Mathematical (and not mathematical) Diagrams

A diagram of a problem situation in mathematics shows where the numbers come from. Numbers can be known, unknown, or variables (sets of numbers). For example:

We are pouring water into a water tank. 5/6 liter of water is being poured every 2/3 minute. How many liters of water will have been poured after one minute?

Where are the numbers going to come from? Not from “water tanks.” You change to gas tanks, swimming pools, or catfish ponds without changing the meaning of the word problem. All of the numbers referred to (given, implied or asked about) come from:

  • The number of liters poured
  • The number of minutes spent pouring
  • The rate of pouring (which relates liters to minutes)

A diagram should show where each of these numbers comes from. We need a way to show liters and a way to show minutes. Examples of diagrams for this situation shown.

The examples range in abstractness. The least abstract strategy (Level1) is not a good reasoning tool because it fails to show where the numbers come from. The more abstract examples are easier to reason with, if the student can make sense of them. Our goal is to teach students to make sense of, produce and reason with abstract diagrams that show all the numbers and their relationships. A good practice is to first make a more concrete diagram in early sense-making, then revise it to a more abstract diagram for reasoning purposes.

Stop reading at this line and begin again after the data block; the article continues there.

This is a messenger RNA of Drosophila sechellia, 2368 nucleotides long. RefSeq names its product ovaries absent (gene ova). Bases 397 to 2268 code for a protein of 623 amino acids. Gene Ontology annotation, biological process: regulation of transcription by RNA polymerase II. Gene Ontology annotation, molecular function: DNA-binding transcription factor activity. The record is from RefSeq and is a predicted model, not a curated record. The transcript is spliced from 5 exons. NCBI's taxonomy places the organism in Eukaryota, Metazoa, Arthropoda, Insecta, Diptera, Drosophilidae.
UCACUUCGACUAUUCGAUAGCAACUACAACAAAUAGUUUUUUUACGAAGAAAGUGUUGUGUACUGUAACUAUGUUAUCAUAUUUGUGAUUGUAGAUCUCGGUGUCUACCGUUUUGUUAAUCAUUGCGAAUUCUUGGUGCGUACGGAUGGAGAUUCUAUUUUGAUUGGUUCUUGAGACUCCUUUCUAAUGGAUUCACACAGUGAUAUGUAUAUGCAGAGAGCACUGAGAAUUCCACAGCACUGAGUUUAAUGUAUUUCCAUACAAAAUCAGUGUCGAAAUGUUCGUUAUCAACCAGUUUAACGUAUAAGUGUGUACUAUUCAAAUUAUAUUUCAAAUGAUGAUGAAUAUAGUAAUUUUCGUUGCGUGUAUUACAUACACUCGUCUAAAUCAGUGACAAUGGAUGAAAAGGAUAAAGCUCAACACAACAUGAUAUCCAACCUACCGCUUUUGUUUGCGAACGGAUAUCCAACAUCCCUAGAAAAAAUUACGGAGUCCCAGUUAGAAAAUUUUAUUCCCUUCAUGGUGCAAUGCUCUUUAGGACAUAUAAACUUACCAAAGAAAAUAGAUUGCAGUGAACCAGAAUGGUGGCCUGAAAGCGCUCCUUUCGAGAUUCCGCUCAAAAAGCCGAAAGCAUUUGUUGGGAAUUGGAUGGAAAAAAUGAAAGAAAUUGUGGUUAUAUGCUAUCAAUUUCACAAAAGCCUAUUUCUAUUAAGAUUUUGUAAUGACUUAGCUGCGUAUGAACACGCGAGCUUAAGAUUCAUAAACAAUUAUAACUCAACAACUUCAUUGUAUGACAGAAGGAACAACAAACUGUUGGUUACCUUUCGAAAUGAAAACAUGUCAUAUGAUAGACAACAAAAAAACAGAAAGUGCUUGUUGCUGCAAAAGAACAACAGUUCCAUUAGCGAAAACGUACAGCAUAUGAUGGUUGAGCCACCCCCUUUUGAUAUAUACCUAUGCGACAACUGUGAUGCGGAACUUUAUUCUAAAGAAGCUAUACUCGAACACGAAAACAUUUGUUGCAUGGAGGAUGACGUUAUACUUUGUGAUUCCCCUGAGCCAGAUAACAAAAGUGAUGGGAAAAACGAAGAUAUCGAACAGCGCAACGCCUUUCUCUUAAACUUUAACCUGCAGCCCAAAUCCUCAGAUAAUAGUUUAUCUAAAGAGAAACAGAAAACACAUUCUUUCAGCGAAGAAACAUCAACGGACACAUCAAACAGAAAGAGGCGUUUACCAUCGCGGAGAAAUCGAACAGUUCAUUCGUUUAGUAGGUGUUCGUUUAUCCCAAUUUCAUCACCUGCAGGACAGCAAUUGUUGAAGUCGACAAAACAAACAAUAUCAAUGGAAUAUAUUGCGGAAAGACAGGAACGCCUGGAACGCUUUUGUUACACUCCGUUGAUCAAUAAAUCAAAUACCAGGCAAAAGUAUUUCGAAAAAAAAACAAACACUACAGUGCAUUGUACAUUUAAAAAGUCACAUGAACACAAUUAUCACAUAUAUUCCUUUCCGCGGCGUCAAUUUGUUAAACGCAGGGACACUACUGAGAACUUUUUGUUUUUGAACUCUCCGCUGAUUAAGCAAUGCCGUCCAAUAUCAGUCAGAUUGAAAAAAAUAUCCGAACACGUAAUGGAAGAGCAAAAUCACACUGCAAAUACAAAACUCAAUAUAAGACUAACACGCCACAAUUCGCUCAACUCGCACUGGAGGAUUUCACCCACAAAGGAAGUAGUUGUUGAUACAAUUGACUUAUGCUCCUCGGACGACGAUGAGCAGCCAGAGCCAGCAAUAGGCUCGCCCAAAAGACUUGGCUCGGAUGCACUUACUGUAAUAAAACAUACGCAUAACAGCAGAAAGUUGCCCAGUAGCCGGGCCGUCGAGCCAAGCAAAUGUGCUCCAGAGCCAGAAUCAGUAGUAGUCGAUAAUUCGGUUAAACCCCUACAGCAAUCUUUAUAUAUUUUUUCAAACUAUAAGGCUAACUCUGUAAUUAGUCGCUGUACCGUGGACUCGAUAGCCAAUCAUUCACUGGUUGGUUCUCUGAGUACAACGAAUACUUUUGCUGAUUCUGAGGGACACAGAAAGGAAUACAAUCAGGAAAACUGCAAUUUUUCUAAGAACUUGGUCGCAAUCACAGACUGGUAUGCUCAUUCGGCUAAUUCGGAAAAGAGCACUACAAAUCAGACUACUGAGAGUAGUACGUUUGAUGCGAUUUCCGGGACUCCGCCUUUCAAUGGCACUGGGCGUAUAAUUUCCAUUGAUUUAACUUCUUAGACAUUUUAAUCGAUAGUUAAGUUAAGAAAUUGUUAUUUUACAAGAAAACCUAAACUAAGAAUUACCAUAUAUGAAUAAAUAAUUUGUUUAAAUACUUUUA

SERP has been supported to conduct this work by the S.D. Bechtel, Jr. Foundation.

Strategic Education Research Partnership  •  1100 Connecticut Avenue NW, Suite 1310  •  Washington, DC  20036

serpinstitute.org  •  info@serpinstitute.org   •  (202) 223-8555

Mathematical (and not mathematical) Diagrams

A diagram of a problem situation in mathematics shows where the numbers come from. Numbers can be known, unknown, or variables (sets of numbers). For example:

We are pouring water into a water tank. 5/6 liter of water is being poured every 2/3 minute. How many liters of water will have been poured after one minute?

Where are the numbers going to come from? Not from “water tanks.” You change to gas tanks, swimming pools, or catfish ponds without changing the meaning of the word problem. All of the numbers referred to (given, implied or asked about) come from:

  • The number of liters poured
  • The number of minutes spent pouring
  • The rate of pouring (which relates liters to minutes)

A diagram should show where each of these numbers comes from. We need a way to show liters and a way to show minutes. Examples of diagrams for this situation shown.

The examples range in abstractness. The least abstract strategy (Level1) is not a good reasoning tool because it fails to show where the numbers come from. The more abstract examples are easier to reason with, if the student can make sense of them. Our goal is to teach students to make sense of, produce and reason with abstract diagrams that show all the numbers and their relationships. A good practice is to first make a more concrete diagram in early sense-making, then revise it to a more abstract diagram for reasoning purposes.

SERP has been supported to conduct this work by the S.D. Bechtel, Jr. Foundation.

Strategic Education Research Partnership

1100 Connecticut Avenue NW, Suite 1310

Washington, DC  20036

serpinstitute.org

info@serpinstitute.org

(202) 223-8555